My name is Kristin Barbour, and I am a rising senior Biology major at Villanova University. Throughout my undergraduate career, I have participated in research under the mentorship and guidance of Dr. Dennis Wykoff (PhD). Dr. Wykoff’s lab aims to identify and characterize the gene promoters and transcription factors involved in the thiamine (Vitamin B1) biosynthesis pathway of Candida glabrata, a pathogenic yeast species. Thiamine is an essential nutrient for C. glabrata and, thus, interfering with the thiamine biosynthesis pathway provides a promising mechanism for novel antifungal therapeutics. This summer, I have had the remarkable opportunity to work in the lab of Dr. Evan Snyder (MD, PhD, FAAP) at the Sanford Consortium for Regenerative Medicine in La Jolla, California, under the direct guidance of Dr. Cameron Pernia (PhD). The Snyder lab utilizes stem cells as a platform to model complex neurological diseases by identifying and characterizing disease-specific hallmarks to develop novel diagnostic techniques and drug targets.
Neurodegenerative and psychiatric diseases, such as Alzheimer’s disease (AD), Parkinson’s disease (PD), and bipolar disorder (BD) inflict a significant physical, emotional, and economic burden on individuals suffering from these diseases as well as on society as a whole. AD alone is the sixth leading cause of death in the US and costs the country an estimated $172 billion annually in health care related fees. Additionally, BD, which is hypothesized to be a neurodegenerative disease and is associated with higher risks of PD and AD, is the sixth leading cause of disability worldwide. Despite the deleterious impact precipitated by these neurodegenerative diseases, there is currently a lack of accurate diagnostic techniques that can effectively identify and distinguish between neurological diseases.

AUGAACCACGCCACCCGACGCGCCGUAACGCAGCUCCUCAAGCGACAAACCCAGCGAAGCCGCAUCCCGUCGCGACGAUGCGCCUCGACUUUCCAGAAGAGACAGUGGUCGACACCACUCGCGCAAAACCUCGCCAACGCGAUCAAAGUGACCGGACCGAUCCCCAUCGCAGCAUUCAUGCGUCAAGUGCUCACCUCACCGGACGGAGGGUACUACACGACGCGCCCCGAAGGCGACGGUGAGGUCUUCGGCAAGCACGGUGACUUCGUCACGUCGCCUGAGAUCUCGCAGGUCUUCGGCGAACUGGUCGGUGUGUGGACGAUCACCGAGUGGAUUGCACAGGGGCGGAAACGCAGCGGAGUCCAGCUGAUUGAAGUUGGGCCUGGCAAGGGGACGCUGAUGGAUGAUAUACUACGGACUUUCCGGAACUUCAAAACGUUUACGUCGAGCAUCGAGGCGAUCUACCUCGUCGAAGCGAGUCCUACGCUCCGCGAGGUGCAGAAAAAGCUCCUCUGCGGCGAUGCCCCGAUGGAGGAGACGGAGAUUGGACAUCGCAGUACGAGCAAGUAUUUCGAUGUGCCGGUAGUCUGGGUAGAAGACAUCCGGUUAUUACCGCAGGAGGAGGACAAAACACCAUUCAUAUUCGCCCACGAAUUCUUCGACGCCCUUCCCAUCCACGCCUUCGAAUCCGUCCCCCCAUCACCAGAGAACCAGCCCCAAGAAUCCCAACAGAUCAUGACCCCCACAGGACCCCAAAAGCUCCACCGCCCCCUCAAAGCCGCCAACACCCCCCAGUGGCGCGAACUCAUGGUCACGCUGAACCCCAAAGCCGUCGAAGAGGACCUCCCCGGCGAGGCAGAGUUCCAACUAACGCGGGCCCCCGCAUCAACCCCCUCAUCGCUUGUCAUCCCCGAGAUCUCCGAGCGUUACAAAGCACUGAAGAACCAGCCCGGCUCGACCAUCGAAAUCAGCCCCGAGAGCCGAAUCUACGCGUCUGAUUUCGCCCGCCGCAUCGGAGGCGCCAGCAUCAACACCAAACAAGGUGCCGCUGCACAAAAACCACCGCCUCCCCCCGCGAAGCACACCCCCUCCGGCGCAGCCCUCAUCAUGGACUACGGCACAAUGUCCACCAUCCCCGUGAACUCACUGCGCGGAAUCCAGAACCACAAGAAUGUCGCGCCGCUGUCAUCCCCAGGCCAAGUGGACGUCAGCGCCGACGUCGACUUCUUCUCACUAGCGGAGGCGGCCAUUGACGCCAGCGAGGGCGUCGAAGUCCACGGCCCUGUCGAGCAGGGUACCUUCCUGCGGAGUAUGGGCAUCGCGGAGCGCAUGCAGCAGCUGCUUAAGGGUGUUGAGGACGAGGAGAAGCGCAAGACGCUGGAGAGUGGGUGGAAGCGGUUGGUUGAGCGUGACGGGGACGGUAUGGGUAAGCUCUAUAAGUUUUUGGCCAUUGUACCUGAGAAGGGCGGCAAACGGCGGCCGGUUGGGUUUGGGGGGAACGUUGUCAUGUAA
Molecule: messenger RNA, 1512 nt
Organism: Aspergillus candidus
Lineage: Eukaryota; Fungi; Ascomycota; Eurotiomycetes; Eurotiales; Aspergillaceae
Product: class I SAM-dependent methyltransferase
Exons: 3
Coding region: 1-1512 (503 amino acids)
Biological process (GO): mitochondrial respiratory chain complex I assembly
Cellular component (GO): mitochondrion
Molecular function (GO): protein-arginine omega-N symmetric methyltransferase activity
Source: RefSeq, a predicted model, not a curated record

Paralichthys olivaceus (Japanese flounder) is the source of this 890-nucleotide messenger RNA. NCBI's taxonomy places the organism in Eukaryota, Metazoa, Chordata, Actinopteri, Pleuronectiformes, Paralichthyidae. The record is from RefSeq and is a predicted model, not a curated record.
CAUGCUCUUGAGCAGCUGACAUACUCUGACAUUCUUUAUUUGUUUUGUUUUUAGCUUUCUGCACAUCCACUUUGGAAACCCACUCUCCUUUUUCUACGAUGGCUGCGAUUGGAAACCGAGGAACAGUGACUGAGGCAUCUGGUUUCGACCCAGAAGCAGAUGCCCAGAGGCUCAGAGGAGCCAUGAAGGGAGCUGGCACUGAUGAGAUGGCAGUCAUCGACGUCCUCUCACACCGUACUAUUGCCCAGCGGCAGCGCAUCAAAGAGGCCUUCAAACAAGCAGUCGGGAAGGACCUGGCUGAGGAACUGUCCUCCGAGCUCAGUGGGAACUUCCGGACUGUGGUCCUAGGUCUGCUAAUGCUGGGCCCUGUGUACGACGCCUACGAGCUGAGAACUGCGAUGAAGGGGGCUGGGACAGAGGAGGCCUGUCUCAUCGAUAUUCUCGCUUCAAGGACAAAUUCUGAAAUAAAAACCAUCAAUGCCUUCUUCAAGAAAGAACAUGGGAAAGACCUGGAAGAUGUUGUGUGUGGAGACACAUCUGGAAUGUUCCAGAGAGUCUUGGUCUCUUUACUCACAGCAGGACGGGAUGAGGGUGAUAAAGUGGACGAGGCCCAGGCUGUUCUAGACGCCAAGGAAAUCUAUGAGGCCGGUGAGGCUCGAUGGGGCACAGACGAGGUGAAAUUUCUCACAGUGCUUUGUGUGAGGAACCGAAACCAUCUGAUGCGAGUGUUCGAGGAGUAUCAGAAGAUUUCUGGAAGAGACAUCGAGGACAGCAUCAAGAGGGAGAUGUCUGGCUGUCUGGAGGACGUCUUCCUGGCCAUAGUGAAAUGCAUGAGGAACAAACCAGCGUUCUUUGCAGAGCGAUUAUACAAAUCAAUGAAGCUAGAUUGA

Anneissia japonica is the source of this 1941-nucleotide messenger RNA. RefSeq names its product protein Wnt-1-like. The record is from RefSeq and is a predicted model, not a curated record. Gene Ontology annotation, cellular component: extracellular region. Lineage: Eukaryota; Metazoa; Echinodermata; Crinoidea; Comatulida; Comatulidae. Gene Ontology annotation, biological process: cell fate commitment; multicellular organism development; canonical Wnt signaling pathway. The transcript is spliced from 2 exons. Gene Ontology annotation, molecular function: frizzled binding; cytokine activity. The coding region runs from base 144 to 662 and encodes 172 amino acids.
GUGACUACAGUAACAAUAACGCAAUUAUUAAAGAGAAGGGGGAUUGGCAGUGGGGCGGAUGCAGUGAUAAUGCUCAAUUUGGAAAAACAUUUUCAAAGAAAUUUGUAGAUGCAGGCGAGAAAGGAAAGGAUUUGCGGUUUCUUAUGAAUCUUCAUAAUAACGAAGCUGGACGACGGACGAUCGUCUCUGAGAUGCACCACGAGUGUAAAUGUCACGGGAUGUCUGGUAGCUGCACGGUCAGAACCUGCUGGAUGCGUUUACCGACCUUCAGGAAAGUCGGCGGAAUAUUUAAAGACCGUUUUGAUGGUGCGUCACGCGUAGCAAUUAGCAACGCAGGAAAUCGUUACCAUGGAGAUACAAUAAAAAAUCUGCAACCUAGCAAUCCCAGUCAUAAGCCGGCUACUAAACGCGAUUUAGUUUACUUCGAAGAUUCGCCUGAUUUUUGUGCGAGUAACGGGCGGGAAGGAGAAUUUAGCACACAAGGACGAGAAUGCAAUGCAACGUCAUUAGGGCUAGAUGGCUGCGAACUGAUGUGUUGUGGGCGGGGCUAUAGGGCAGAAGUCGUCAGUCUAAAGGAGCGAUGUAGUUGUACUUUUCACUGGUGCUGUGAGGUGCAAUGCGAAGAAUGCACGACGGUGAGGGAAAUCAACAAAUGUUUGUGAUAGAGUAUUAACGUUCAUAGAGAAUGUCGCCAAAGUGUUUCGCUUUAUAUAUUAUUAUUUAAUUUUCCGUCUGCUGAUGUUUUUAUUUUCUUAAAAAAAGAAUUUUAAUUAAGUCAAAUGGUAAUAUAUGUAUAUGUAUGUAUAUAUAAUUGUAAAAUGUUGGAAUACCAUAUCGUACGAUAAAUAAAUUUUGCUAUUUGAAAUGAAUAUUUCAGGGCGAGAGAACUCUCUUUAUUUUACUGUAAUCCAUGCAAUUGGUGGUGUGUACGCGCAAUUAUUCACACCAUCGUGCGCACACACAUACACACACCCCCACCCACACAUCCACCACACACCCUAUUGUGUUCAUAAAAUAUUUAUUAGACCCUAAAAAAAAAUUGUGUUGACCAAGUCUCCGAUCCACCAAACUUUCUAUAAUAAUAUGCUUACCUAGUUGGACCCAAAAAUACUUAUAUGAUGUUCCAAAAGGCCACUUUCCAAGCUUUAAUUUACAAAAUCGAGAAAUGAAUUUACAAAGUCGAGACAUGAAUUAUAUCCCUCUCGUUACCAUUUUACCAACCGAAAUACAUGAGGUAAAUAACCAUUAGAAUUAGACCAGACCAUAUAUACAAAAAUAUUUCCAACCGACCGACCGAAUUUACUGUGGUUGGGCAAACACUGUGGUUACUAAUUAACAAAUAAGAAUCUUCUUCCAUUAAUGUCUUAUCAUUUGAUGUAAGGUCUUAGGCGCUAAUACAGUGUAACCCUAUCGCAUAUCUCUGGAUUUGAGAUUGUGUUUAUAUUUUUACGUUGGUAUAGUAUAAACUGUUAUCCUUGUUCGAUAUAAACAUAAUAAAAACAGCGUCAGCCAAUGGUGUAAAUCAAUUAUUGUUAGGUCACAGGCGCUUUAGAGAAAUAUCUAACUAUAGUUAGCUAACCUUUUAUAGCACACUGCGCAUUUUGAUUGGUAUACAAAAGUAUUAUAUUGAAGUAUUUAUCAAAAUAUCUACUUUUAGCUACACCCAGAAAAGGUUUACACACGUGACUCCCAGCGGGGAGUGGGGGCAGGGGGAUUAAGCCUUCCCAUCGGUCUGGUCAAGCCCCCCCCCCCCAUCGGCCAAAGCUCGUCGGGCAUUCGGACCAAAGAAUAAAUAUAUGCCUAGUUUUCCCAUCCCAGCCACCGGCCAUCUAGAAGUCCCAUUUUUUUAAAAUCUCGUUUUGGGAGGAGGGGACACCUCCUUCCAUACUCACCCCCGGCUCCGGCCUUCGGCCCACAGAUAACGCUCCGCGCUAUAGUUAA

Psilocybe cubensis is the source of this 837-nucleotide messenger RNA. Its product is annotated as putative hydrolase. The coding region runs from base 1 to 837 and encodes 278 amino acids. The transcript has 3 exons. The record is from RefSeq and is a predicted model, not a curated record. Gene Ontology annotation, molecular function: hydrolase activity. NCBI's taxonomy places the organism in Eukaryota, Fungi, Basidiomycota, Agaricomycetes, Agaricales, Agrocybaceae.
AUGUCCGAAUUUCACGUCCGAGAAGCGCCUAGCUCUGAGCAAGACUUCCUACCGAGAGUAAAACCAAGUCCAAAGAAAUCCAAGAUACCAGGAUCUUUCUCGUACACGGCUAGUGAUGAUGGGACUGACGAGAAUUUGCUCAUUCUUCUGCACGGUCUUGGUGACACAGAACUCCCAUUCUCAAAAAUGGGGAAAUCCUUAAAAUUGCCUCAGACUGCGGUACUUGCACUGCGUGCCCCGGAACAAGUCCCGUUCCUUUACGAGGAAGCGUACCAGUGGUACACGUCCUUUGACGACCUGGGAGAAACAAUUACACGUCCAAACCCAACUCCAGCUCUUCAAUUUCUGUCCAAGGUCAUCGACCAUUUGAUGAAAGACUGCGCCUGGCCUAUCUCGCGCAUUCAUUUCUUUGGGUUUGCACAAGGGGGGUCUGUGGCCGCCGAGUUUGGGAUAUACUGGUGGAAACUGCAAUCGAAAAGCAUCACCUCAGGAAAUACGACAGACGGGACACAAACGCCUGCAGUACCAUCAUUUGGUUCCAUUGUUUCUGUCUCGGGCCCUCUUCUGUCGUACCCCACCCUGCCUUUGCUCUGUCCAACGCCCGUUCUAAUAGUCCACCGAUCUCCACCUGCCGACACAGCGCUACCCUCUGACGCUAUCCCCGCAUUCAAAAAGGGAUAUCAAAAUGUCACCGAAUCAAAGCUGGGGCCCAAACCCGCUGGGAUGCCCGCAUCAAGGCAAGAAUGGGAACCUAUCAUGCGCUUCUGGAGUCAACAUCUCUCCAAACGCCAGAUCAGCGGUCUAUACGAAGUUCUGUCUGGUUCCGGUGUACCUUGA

Previous work in the Snyder Lab revealed that neurons derived from individuals with BD have unique Calcium (Ca+2) regulation which can be visualized using Ca+2 imaging. Working in conjunction with SRF, the Snyder lab utilized abnormal neuronal Ca+2 kinetics as a disease-specific hallmark to develop a machine learning program for diagnosing BD. Over the course of my time in the Snyder lab, I have been working to explain this Ca+2 dysregulation at the genomic level using Whole Genome Sequencing (WGS) from mature BD neurons. I am also using this genomic analysis to establish a potential disease-specific genetic profile for BD neurons which could be used in tandem with Ca+2 imaging to further enhance the accuracy of novel BD diagnostic techniques. Additionally, I am utilizing the WGS results to identify genetic overlap between BD and the genetic risk loci previously associated with AD and PD. Discerning specific genetic alterations shared between AD, PD, and BD would provide insight into the specific molecular machinery and mechanisms involved in neurological diseases as well as neurodegradation itself, thus identifying potential drug targets for future therapeutic development.